- Course: Civil engineering materials PhD
- PhD title: The use of alum water treatment sludge waste as a supplementary cementitious material
- Nationality: Nigerian
Mubarak Shamaki is pursuing a PhD at Leeds as part of the materials and structures division of the Cities and Infrastructure research group. A grant from Nigeria funds his research, which seeks to find a sustainable alternative to current cement materials to mitigate its effects on the environment.
Extracting sludge waste to make a sustainable cement
Mubarak’s research involves evaluating the physical, chemical and mineralogical properties of alum sludge waste, and assessing its impact on the hydration and performance of blended cement systems.
“My research was motivated by my vision for a sustainable cement industry through the use of alternative materials,” Mubarak said.
“The impact on the environment as a result of current practices in producing materials such as cement is vast, so I am passionate about making a contribution towards saving the world by investigating new alternative materials.
He added: “The aim of my research is to provide an alternative to the current practice of Portland cement production and its related greenhouse effects.”
My research was motivated by my vision for a sustainable cement industry through the use of alternative materials.
Funding to develop resilient infrastructure in Nigeria
Mubarak works with a research institute in Nigeria to carry out his work. He said:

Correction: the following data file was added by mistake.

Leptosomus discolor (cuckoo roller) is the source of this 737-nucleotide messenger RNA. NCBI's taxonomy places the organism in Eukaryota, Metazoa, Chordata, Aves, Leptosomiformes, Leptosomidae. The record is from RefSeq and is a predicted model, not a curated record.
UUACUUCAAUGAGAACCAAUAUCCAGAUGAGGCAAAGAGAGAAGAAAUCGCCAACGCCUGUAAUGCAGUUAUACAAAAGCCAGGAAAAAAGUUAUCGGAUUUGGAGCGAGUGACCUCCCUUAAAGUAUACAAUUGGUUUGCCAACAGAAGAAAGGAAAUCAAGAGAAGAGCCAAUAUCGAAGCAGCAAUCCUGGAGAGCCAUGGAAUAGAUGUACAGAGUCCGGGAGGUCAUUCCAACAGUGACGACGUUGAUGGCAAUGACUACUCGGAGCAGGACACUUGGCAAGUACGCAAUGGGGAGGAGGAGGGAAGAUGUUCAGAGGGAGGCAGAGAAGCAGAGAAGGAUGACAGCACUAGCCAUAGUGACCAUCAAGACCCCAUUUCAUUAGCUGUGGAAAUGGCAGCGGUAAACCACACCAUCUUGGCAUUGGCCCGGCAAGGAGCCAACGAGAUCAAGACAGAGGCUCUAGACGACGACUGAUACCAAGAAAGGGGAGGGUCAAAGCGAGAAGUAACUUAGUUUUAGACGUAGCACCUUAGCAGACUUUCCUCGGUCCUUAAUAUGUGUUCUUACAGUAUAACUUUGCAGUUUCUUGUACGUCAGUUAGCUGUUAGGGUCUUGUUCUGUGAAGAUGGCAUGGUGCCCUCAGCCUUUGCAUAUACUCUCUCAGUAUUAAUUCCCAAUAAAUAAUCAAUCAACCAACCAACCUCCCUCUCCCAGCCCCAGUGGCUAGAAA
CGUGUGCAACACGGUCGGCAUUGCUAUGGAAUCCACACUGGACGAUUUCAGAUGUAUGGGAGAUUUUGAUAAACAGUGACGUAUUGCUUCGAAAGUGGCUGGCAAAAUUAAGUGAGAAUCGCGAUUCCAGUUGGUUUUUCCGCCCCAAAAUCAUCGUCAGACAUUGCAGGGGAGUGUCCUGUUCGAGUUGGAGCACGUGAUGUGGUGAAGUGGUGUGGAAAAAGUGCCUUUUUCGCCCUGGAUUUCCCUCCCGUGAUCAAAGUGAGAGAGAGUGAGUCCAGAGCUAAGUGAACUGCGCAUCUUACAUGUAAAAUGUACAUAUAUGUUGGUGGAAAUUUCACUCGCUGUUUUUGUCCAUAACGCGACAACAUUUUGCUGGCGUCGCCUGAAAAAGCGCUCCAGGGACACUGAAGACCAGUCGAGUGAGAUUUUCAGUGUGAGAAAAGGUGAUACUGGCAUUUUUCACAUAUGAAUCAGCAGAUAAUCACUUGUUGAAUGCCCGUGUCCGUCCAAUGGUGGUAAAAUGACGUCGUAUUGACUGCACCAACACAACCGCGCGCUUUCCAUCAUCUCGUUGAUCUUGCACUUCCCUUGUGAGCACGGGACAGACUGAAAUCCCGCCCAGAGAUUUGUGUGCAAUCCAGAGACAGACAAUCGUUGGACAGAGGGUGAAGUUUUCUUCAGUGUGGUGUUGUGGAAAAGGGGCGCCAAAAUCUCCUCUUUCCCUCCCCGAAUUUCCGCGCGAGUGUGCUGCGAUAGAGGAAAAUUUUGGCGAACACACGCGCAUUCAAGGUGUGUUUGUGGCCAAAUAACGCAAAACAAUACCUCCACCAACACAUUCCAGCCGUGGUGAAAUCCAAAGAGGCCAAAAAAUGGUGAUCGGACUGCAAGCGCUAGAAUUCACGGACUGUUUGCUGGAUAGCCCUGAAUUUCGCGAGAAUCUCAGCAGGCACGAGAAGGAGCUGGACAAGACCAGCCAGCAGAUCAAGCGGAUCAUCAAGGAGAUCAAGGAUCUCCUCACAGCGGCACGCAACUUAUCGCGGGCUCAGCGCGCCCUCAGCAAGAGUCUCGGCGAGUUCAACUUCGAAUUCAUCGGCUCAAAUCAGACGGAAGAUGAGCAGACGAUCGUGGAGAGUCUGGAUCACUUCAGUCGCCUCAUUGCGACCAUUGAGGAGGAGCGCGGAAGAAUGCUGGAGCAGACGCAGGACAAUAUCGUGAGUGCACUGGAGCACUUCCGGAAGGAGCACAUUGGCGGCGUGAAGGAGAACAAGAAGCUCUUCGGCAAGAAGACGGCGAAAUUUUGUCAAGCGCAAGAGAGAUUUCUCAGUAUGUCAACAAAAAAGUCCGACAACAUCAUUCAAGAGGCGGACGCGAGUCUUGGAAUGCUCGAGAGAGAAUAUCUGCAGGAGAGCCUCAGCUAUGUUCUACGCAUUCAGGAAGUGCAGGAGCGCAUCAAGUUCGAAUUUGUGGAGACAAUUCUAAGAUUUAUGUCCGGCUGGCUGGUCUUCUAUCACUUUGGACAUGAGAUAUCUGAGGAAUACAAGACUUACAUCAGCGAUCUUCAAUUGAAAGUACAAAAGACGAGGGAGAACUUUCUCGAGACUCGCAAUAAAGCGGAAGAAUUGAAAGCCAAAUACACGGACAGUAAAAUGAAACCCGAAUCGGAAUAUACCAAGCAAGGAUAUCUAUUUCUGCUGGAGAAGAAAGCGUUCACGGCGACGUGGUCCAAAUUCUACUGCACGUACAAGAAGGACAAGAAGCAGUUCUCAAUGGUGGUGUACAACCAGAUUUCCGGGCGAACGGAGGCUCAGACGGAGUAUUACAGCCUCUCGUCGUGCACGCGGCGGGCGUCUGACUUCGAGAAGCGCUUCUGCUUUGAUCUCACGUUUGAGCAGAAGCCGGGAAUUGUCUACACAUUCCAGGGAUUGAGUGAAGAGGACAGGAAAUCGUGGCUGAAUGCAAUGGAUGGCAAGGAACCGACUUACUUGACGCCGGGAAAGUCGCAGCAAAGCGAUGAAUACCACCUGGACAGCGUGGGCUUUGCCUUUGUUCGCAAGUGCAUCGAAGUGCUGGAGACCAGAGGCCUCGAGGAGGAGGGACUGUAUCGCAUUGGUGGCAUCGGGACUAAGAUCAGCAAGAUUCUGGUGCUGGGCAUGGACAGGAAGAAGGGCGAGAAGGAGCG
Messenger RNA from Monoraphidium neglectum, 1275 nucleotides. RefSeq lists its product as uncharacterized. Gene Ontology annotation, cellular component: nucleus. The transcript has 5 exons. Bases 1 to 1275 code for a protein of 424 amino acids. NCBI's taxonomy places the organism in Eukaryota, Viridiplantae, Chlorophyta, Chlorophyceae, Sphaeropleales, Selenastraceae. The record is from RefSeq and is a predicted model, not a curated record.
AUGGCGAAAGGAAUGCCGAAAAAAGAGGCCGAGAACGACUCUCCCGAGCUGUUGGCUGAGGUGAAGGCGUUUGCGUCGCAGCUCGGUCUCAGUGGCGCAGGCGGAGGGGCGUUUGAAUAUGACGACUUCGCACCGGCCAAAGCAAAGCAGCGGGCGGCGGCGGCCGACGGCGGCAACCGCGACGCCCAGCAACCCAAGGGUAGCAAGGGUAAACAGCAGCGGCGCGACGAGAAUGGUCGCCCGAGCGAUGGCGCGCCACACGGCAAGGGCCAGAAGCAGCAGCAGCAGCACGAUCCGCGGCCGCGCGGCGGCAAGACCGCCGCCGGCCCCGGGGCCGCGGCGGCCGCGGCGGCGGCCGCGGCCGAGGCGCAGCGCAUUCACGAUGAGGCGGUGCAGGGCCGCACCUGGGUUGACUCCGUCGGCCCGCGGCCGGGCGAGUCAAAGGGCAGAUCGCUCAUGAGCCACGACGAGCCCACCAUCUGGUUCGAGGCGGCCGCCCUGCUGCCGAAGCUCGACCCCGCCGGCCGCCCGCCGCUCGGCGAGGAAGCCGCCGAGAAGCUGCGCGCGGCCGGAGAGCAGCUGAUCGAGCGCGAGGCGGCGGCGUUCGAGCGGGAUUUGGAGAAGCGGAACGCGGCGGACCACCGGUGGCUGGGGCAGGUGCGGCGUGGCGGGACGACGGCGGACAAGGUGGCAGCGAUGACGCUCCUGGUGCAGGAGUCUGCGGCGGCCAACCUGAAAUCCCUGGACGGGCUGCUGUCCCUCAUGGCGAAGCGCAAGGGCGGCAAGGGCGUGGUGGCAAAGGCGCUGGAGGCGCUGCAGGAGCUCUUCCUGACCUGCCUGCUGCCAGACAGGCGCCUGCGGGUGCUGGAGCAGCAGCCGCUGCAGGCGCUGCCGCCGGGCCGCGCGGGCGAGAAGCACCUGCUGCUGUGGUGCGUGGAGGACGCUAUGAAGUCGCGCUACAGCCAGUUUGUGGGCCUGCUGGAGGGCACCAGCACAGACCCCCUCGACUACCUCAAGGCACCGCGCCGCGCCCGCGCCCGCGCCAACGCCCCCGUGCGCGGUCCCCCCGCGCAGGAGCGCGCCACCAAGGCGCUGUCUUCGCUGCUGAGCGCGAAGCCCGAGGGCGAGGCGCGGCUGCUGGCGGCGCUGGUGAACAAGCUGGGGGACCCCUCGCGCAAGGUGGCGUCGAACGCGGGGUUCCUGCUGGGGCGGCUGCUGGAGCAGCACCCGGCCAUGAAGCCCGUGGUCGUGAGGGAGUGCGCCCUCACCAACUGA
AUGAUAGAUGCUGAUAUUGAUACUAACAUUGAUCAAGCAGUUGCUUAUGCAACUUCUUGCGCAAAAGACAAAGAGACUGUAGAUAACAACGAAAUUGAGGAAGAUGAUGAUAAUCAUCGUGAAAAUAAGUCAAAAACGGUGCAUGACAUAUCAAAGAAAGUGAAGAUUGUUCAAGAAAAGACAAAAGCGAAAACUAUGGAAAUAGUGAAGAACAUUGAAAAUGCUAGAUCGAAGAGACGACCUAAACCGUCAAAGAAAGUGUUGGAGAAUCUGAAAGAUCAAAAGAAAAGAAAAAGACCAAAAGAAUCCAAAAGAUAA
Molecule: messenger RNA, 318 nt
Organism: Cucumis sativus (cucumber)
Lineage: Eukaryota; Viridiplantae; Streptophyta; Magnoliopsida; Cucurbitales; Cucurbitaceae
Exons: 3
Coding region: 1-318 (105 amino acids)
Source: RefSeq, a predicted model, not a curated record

“My research is part of their aim towards achieving sustainable infrastructure in Nigeria. My PhD is funded by the Petroleum Technology Development Fund (PTDF) of Nigeria.”
Civil engineering materials research team
Mubarak explained that his research topic was chosen after discussions with his supervisors, who provided invaluable support. He said:
“I am part of the civil engineering materials research unit. This research group offers an avenue for group discussions to address any needs we may have as postgraduate researchers, including laboratory needs and technical support.
My supervisors are very supportive and our research interests are aligned with the common aim of developing resilient materials.
“The Doctoral College brings together all the support services and opportunities to enhance my research,” he added.
Leeds – a bustling intellectual community
“I chose to pursue a PhD at Leeds University because it is a reputable university offering impressive technical and intellectual resources,” Mubarak said.
He added: “The city of Leeds is very comforting with so much to experience including culture, history and all kinds of entertainment.”
Leeds is... a reputable university offering impressive technical and intellectual resources.
Mubarak outlined his future plans both in the short and long term. He said:
“I intend to work in the civil engineering industry while working as a part-time lecturer.
“I will continue to provide insight on the underlying science that will inform the potential use of waste from the water industry as a cementing material.”